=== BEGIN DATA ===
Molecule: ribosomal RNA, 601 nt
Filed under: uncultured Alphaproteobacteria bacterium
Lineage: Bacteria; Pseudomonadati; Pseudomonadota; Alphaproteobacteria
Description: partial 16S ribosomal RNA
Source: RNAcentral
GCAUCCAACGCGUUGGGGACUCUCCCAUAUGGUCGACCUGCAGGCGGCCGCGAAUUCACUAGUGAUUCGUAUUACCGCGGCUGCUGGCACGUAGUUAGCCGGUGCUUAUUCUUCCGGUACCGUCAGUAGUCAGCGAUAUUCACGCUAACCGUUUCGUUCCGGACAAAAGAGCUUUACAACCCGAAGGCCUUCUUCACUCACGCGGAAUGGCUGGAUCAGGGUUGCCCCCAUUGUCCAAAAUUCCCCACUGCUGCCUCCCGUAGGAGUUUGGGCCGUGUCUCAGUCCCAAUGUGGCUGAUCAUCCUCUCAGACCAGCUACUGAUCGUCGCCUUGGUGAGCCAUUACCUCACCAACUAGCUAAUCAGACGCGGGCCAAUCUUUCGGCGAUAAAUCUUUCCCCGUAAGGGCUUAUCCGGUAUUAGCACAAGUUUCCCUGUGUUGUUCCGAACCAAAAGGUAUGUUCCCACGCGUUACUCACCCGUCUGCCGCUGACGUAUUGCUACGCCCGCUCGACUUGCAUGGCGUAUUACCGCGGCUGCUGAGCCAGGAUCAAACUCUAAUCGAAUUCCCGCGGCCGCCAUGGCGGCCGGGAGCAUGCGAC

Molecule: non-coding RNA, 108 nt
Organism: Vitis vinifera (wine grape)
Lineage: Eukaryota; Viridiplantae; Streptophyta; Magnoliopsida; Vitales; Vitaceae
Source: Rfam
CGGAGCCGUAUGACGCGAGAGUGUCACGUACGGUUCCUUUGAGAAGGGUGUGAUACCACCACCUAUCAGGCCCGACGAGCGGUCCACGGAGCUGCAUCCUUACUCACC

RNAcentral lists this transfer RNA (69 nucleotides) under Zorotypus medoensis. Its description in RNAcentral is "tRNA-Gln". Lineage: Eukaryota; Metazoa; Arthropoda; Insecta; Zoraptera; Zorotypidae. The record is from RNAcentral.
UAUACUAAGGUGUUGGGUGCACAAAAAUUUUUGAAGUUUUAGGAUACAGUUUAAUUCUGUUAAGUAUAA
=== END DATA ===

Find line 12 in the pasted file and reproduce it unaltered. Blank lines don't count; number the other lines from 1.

RNAcentral lists this transfer RNA (69 nucleotides) under Zorotypus medoensis. Its description in RNAcentral is "tRNA-Gln". Lineage: Eukaryota; Metazoa; Arthropoda; Insecta; Zoraptera; Zorotypidae. The record is from RNAcentral.